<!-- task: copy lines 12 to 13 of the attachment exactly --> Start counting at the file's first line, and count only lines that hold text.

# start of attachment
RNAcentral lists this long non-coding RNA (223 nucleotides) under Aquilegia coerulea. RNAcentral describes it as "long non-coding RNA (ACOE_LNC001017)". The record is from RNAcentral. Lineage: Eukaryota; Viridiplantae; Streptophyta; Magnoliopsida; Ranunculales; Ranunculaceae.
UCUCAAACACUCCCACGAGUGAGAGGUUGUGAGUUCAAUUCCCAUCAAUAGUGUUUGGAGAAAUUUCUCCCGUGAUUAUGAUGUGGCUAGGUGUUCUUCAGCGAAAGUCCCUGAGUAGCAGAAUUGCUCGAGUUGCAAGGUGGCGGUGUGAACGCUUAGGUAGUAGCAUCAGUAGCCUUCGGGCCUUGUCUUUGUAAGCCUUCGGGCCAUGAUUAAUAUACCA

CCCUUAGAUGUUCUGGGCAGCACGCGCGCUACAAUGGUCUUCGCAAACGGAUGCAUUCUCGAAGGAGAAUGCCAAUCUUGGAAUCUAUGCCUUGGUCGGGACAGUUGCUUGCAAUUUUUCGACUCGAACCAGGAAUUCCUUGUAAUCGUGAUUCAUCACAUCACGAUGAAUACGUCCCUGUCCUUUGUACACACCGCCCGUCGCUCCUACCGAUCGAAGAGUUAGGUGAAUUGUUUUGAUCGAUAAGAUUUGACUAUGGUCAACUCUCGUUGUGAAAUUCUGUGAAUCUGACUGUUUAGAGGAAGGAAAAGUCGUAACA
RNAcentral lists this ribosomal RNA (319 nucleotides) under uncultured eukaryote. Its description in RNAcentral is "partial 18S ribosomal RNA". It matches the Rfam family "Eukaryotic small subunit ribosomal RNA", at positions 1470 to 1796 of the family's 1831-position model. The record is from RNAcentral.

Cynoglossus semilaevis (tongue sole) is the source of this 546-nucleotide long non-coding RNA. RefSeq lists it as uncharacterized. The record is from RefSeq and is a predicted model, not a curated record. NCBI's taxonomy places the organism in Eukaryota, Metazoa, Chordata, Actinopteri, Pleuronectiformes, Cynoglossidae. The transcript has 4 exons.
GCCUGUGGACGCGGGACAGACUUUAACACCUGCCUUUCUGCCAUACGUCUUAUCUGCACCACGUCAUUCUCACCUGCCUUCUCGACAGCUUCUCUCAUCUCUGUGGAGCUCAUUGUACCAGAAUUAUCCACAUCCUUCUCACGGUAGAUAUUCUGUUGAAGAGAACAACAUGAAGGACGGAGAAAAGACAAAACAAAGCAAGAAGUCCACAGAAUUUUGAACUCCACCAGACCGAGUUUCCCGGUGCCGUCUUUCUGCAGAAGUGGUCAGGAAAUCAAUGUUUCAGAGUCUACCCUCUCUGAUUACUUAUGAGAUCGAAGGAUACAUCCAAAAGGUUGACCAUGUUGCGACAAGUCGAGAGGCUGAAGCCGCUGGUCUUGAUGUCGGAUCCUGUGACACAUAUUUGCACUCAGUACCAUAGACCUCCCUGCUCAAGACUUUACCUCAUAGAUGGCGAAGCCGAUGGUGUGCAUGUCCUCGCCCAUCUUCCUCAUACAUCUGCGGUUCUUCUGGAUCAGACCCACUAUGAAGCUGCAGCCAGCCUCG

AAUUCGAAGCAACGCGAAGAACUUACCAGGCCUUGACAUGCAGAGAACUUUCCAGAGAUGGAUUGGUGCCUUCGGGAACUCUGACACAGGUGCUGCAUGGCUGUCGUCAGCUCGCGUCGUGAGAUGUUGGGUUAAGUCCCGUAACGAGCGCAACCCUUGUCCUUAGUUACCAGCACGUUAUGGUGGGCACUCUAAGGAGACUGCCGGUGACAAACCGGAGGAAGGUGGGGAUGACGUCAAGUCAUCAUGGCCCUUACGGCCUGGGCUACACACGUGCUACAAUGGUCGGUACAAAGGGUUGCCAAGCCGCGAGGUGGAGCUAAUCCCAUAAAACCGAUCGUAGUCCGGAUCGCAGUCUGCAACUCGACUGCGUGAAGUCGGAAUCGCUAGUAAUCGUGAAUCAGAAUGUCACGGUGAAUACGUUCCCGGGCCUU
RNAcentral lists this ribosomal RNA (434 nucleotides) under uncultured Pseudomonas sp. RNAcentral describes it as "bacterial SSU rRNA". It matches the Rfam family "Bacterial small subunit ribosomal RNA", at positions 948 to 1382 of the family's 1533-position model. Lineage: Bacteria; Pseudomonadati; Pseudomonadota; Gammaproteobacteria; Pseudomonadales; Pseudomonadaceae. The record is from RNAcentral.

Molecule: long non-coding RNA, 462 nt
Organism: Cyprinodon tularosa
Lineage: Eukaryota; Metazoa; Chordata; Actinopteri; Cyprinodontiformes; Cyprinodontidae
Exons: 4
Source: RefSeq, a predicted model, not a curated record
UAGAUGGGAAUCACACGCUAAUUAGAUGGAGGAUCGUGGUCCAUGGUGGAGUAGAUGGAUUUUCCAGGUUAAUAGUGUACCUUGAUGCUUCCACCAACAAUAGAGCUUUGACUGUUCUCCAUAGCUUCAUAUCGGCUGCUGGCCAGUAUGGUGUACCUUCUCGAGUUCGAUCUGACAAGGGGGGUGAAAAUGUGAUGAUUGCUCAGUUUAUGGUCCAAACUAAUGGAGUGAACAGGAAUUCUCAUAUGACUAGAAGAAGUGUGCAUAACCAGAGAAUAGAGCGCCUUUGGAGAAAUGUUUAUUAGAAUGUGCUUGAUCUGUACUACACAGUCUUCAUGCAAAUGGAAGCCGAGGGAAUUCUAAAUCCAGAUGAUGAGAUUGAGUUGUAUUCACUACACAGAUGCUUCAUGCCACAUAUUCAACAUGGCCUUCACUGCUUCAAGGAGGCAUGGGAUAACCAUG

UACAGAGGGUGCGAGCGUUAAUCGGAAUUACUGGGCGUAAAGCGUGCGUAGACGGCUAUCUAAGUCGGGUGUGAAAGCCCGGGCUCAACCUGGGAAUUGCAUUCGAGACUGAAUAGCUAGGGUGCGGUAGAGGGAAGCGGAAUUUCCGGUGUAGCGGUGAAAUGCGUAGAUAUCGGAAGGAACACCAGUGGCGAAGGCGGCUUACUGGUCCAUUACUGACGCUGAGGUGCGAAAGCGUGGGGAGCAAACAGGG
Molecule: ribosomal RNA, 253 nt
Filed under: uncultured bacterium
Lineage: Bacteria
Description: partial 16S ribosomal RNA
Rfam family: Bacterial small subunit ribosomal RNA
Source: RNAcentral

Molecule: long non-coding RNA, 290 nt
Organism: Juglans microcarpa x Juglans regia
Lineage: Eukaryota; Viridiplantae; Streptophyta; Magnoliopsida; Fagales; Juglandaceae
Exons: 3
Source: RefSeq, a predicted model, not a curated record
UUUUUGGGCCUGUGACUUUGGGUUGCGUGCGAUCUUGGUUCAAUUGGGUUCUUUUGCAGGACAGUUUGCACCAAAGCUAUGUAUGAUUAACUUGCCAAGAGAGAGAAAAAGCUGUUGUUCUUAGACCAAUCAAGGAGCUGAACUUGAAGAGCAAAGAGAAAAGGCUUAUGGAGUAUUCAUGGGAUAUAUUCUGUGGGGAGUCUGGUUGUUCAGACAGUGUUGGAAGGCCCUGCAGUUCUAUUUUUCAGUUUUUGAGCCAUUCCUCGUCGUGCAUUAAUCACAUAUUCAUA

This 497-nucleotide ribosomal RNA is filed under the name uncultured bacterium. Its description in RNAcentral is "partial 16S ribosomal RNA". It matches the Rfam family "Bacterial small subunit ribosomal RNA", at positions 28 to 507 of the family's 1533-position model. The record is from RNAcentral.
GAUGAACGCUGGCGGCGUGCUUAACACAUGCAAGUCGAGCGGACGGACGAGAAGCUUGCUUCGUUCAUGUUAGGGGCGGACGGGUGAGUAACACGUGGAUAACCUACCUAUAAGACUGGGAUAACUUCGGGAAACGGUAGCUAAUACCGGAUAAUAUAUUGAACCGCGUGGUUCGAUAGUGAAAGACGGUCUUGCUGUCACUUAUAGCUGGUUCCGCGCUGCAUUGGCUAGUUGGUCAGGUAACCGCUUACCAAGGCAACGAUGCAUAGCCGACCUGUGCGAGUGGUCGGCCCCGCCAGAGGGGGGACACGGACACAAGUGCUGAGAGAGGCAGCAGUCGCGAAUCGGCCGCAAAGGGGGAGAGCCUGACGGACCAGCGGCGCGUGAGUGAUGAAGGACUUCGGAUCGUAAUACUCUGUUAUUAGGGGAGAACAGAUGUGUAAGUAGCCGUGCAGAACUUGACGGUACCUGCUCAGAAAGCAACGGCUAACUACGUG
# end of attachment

Exons: 4
Source: RefSeq, a predicted model, not a curated record